In a 6-8 page double-spaced essay in MLA format, make a persuasive argument, advising a specific group of people to make specific policy changes involving language and identity issues, backed up with compelling reasons and substantial support.
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Background: We spent the first half of the semester exploring our “hidden intellectualism,” the academic skills we use in non-academic pursuits, then turned to questions of language and identity. We have explored the various forms of English we use with different people in different settings, recognizing that one version is not necessarily better, but certain forms are more appropriate in certain settings. For example, so-called “standard” English is most appropriate in academic and professional settings, but learning how to use it correctly does not mean you must set aside your identity. Also, we have been reading from the book “They Say / I Say,” which explains that academic conversation happens when we put our ideas in conversation with the ideas of others. Now we are going to practice balancing multiple viewpoints in discussions of language and identity.
Goal: To respond to one or more of the readings from this unit in three ways by agreeing, disagreeing, and balancing opposing viewpoints.
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Background: As a class, we have examined issues involving language and education, including the effects of education on family life, motivation of students with non-academic interests, cultural literacy, national curriculum, agency within one’s inherited narratives, ethnic chauvinism, gender hierarchies in the classroom, the effects of new media on literacy, and grade inflation. We have read and discussed the importance of starting with inquiry, integrating reading and writing, identifying claims, analyzing arguments, identifying issues, forming questions, summarizing and synthesizing. Now we are going to use these academic skills to address an issue of language and identity in an argumentative essay.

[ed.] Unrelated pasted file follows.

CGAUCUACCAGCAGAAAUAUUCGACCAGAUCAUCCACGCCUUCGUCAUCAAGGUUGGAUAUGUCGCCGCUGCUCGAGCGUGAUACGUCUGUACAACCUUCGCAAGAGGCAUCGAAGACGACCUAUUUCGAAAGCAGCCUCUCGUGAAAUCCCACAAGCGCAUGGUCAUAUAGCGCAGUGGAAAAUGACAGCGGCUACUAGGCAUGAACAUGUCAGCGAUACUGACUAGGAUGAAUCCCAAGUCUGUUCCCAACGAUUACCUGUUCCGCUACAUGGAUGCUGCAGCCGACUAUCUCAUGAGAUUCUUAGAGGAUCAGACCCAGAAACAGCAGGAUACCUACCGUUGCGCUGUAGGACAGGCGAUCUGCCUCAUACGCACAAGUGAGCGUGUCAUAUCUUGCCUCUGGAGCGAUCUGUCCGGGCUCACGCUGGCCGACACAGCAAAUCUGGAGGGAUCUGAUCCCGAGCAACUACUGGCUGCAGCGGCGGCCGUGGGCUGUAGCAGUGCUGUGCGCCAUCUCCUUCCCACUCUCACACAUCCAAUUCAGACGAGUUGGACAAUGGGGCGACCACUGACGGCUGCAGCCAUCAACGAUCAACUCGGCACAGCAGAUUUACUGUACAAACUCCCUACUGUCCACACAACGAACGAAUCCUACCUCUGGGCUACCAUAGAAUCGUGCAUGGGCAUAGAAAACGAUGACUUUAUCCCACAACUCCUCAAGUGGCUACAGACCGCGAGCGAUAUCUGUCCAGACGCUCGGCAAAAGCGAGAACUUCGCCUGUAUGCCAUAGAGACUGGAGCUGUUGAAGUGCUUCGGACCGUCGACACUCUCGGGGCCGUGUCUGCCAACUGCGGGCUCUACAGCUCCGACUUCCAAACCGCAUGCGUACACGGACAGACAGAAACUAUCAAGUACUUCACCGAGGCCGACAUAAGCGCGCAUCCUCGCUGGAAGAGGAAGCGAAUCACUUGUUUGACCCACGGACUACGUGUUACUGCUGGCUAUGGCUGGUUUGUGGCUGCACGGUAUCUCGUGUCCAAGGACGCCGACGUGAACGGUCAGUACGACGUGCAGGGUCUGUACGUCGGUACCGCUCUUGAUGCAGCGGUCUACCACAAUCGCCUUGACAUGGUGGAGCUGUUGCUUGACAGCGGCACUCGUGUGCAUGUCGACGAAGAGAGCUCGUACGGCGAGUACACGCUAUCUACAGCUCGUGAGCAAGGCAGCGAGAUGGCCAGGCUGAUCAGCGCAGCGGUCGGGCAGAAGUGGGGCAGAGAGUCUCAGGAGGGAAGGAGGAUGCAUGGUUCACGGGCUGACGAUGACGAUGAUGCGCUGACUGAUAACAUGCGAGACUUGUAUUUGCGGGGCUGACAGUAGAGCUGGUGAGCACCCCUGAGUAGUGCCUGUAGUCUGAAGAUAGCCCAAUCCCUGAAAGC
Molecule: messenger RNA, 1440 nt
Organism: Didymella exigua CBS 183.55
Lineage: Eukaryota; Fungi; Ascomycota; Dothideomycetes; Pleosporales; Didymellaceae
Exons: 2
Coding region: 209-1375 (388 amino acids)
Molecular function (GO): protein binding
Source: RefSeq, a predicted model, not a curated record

Goal: To practice typical essay format, argumentation, support, summary, paraphrase, quotation, citation, analysis of claims, synthesis, grammar, punctuation, and writing skills.
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In this unit, we will look at hobbies and interests through which participants demonstrate “hidden intellectualism,” a term Gerald Graff coined to describe academic skills that participants utilize in traditionally non-academic pursuits, such as sports, cheerleading, comic books, video games, television, music, fashion, dancing, shopping, cooking, and so on. It’s not enough, however, to simply write about interests, student-scholars need to see their hobbies or interests through “academic eyes,” or as Ned Laff puts it, in “a reflective, analytical way, one that sees [their hobbies] as microcosms of what is going on in the wider culture” (qtd. in Graff 64). In other words, students need to show how the hobby relates to larger worlds of academics and culture.